Cancellation of Removal Hempstead - Shankar law

Cancellation of Removal Hempstead


Defense of Removal

Only people who are facing deportation have the option of canceling their removal. When someone is under removal proceedings, the Department of Homeland Security is attempting to deport them. Individuals whose cases are not before an immigration judge are not eligible for this benefit. Because the judge’s discretion is involved, it is vital to speak with a cancellation of removal attorney to understand more about the process.


Providing as much proof as possible to prove that you match the fundamental standards and also “deserve” the benefits of cancellation is an important aspect of persuading the judge.


Meeting the ten-year residency requirement in the United States

To be eligible for non-LPR cancellation, you must be able to demonstrate that you have been physically present for 10 years before the date of your application. (There is an exemption if you have served in the US armed forces for two years, in which case those two years are sufficient to meet the time criteria for non-LPR cancellation.)


The ten-year “clock” begins on the date of your arrival. When you obtain a Notice to Appear in Immigration Court, commit certain types of crimes, or leave the United States for more than 90 days or several absences totaling more than 180 days, the clock stops. Other options for stopping the clock include departing the United States under a “voluntary departure order.”


It may be sufficient to establish ten years of residence by testimony and written declarations from you and other persons who know you. However, you should certainly offer documentary evidence of your U.S. domicile to the court if you have it, such as rent receipts, credit card bills, pay stubs, and so on.


The “Qualifying Relative” Requirement must be met.

The undocumented immigrant must have a relative who is his or her “spouse, parent, or child” and “is a citizen of the United States or an alien lawfully admitted for permanent residence” to qualify for cancellation. Section 240A(b)(1) of the Immigration and Nationality Act (I.N.A.) explains this (D).


Meeting the “Extraordinary and Unusual Hardship” Requirement

Every expulsion (removal) brings hardship. However, the relative’s hardship must be “severe and exceedingly unique” to qualify for non-LPR cancellation. It’s crucial to understand the difference between “difficulty” and “extraordinary and exceedingly rare.”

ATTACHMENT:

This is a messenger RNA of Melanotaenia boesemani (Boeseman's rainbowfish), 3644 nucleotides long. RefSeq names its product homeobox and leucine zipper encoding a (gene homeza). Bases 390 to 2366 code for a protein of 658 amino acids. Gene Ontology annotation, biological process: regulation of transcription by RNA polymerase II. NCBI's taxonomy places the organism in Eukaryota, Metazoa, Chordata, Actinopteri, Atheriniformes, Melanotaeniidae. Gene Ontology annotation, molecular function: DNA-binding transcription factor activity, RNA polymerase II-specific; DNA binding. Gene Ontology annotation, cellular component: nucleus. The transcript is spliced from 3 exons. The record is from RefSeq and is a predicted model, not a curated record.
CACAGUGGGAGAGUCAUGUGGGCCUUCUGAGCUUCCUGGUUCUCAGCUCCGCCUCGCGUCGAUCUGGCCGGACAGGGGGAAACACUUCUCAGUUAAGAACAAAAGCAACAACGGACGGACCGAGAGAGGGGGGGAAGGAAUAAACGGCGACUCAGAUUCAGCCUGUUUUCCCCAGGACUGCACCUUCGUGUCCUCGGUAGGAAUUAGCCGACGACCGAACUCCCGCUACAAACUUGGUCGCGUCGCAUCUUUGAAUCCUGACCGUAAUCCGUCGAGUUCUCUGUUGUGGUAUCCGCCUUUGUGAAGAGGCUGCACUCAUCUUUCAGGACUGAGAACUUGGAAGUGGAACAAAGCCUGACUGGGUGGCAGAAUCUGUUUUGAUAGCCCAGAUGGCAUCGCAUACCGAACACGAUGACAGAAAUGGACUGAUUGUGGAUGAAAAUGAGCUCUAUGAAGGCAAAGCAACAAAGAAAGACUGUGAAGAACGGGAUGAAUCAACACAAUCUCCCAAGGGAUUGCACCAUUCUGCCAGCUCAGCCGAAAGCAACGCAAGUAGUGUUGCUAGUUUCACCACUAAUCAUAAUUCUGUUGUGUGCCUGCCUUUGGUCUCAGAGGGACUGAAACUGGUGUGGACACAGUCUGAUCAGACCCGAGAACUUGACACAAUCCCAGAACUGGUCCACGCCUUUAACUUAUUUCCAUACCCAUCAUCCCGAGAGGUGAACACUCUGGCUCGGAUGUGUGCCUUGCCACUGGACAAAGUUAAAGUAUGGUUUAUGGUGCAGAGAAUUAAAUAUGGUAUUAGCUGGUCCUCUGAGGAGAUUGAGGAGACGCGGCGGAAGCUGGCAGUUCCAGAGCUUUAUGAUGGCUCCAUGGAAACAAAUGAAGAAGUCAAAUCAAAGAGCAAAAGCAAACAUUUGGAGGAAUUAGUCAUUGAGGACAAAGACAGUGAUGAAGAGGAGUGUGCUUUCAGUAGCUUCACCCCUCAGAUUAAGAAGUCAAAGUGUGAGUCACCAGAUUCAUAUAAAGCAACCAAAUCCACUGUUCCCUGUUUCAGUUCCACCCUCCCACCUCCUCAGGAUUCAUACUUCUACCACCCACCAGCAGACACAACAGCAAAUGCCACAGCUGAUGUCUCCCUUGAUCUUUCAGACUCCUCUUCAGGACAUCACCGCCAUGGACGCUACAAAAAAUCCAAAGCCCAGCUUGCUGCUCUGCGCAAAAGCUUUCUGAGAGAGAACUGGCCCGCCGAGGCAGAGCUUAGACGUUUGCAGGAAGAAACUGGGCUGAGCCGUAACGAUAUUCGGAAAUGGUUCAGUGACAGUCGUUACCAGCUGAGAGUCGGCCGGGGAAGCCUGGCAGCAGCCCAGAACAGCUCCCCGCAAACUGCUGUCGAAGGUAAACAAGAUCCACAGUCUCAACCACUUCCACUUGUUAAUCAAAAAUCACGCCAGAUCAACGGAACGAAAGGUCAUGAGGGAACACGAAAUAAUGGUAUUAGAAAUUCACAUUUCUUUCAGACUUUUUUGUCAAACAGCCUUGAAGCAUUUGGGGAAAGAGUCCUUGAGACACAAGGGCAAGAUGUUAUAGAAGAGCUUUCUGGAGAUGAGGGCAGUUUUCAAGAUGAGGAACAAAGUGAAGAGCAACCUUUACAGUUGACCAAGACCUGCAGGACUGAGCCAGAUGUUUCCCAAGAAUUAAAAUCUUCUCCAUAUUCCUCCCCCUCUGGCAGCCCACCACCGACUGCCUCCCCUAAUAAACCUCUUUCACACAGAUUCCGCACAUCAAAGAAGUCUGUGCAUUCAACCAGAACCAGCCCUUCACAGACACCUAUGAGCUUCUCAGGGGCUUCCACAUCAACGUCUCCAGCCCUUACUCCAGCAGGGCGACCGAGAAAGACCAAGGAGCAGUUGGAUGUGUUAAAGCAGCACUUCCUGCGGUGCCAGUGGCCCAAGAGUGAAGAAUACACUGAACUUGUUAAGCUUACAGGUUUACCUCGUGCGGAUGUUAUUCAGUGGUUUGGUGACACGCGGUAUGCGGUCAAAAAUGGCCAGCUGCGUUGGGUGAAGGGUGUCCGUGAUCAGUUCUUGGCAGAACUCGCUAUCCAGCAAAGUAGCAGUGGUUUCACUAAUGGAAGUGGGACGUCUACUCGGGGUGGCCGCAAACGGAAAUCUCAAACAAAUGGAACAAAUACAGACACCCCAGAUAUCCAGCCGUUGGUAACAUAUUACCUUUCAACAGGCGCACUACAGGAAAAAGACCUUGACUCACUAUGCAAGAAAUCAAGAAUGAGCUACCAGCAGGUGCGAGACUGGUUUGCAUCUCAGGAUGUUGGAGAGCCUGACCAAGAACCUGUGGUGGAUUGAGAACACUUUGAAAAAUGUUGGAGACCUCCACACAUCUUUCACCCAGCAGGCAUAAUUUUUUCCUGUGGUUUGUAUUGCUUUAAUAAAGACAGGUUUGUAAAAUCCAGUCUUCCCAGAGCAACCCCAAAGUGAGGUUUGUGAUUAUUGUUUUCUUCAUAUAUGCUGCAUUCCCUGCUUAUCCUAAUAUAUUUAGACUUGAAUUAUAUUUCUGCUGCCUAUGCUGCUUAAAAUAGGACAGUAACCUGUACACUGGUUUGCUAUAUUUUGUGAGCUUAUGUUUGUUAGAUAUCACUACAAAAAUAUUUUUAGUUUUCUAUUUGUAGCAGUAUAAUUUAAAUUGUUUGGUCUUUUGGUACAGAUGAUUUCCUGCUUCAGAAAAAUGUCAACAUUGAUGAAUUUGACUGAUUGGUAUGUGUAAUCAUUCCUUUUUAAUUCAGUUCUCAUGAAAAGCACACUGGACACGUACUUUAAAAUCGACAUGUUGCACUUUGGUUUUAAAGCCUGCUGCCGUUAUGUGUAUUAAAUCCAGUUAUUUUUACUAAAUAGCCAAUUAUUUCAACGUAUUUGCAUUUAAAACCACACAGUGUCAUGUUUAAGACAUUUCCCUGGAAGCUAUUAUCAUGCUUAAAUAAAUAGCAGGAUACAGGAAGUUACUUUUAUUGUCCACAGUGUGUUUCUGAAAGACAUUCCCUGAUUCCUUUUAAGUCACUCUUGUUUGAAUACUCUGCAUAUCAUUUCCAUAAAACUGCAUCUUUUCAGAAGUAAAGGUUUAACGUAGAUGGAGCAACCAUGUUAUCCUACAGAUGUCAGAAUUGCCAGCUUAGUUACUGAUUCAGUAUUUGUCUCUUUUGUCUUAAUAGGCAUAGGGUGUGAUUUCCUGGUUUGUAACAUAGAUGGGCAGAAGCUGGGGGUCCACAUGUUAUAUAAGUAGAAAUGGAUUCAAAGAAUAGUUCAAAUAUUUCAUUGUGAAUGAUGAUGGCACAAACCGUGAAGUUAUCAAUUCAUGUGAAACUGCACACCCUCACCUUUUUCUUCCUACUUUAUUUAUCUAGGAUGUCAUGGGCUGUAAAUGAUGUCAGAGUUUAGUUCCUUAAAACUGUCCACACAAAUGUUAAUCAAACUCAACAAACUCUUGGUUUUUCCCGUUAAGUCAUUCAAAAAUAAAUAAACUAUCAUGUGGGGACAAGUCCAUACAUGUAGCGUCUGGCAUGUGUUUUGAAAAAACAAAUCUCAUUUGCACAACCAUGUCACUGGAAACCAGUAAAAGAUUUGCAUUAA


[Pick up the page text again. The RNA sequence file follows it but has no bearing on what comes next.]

It is not enough to show that a U.S. citizen or LPR relative would suffer financially, emotionally, or physically to be accepted for non-LPR cancellation. Instead, proof must be provided that the qualifying relative would suffer to an extent that is greater than that which might be expected when a close relative is deported.


Evidence of a serious disease in a minor child and a lack of medical attention in the undocumented immigrant’s native country, for example, may suffice. Evidence of a long history of living in the United States, children who do not understand the language of the country to which you would be deported, and a lack of support in your native country may also be sufficient.


Meeting the Requirement of “Good Moral Character”

If the applicant does not have “excellent moral character,” an immigration judge will deny the application for non-LPR cancellation. If the law expressly states that the applicant cannot have good moral character (for example, because he or she is a “habitual drunkard”), or if the judge determines that there are other “discretionary factors” indicating that the applicant is not a “good person,” the judge will rule that the applicant does not have good moral character.


There are numerous legal reasons for a judge to conclude that a non-LPR cancellation applicant lacks good moral character.